I’m not sure about you, but as I have bought lots of drum software from different manufacturers in the past, I regularly get emails with offers and special deals. These could be anything from sample packs to new sound packages, to new MIDI packs and I’m often tempted.
But should we buy software, just because we can?
Over the course of the last few years I have probably bought much more drum software than I actually seriously needed. However, in the last couple of days I was reminded why it’s good to have too much software, rather than not enough.
I was very recently contacted by a long time friend who is a samplist. In other words his profession is to make samples for different companies, whether it be for software packages, or for the free CDs and DVDs which are given away with music magazines (or more normally nowadays, the free downloads). He’s very good, very quick, and you’ve probably heard loads of his stuff, but you wont know his name.
He needed me to record a load of ‘jazz’ loops and patterns which would be chopped up and affected to make them sound like they were from particular genre/time. Normally when I do these things I get given a little bit more information to go on – tempos, track references, an idea of the sound of the kits that is required etc but on this occasion it was just “Help! I need a load of ‘jazz’, can you do it?”
I’m always up for a challenge, but I was only just back from the UK Drum Show and had a week of preparation for my next job, so I knew time would be tight. “Of course… when do you need it?”…
Ok, so how to knock out some really good and realistic sounding loops and parts in no time at all?
Well, I always have a sample pad/multipad connected to my studio Mac, completed with pedals for hi hat and kick, for exactly these moments, so I was good to go from a performance point of view, but what of the sounds?
A couple of days before, one of the major drum software companies had released a 1950’s big band expansion pack (I’m sure many of you will know exactly who I am talking about), so that was my first option, but I also needed some different sounding kits as I wasn’t 100% sure how the final drums and patterns would end up sounding – I knew they were to be chopped up and messed about with, but that could be 1930 feel or something totally different I hadn’t even considered.
So this was when having too much software was perfect. There is no point in owning software if you never listen to it and know exactly what it can offer you, sound wise. If you buy something, you need to check it ALL out, otherwise it is just clutter on your hard drives.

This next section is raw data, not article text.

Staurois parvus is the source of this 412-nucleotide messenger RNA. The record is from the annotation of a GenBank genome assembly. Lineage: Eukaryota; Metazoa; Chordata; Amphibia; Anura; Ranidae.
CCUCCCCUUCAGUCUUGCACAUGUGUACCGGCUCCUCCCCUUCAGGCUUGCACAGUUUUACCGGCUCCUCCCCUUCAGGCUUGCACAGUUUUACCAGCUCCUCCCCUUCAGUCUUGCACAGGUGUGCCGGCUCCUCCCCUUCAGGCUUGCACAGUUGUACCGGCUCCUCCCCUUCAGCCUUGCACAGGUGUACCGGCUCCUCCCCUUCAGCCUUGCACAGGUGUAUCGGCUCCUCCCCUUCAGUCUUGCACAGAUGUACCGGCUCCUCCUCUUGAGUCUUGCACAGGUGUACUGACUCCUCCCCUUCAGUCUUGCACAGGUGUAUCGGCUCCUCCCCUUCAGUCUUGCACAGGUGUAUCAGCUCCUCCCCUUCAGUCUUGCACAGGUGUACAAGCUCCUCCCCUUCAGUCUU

I knew I had a few other expansion packs from the same manufacturer which had some great sounding stuff, both using sticks and brushes, so I selected three different kits, with stick and brush performances for a total of 6 very different drum kit sounds. All I had to do was capture the performance (MIDI data in this case) of me playing using the multipad and play it back through the six different sound options. Easy.
I then decided that the tempos I’d use would be 120, 140, 180 and 220 giving me lots of options.
The easiest way to capture the performance data (ie me playing on the multipad) was to use the midi recorder built into the stand-alone software version of the drum software, which had a click built in. After playing for a few minutes, I just had to drag it onto my desktop, name it with the correct tempo and if it were more stick or brush content, and my performance was done.
Then I had to play back my chosen performances back through the drum software to capture the sounds.
I opened up a new Logic Pro X project, dragged in the data, opened the drum software again and found the kits I wanted to use. Then I played the midi data back through the drum software and let Logic export it as audio files. This generated 55 minutes of stereo audio files, which I loaded into a Dropbox folder for my friend to download, edit and tweak.
Now, this doesn’t sound particularly difficult, and it wasn’t, but even 5 years ago I could not have done this and had such excellent results. Though I say it myself, the realism of the recordings was pretty incredible, thanks to the sound of the drum software.
Because I knew what sounds I needed and where to find them, it was fast (probably an hour from start to finish) but my 9 minutes of playing, through 6 different sounding kits made almost an hour of content.
A couple of days later I received copies of the final result – effected to sound rather different from what I had imagined in my head, but still recognisable.
So the simple answer is, yes, its a good idea to have as much software as possible, but only as long as you know what sounds it can make. And as long as you know where to find the sounds, then doing emergency programming sessions is a totally feasible thing to do.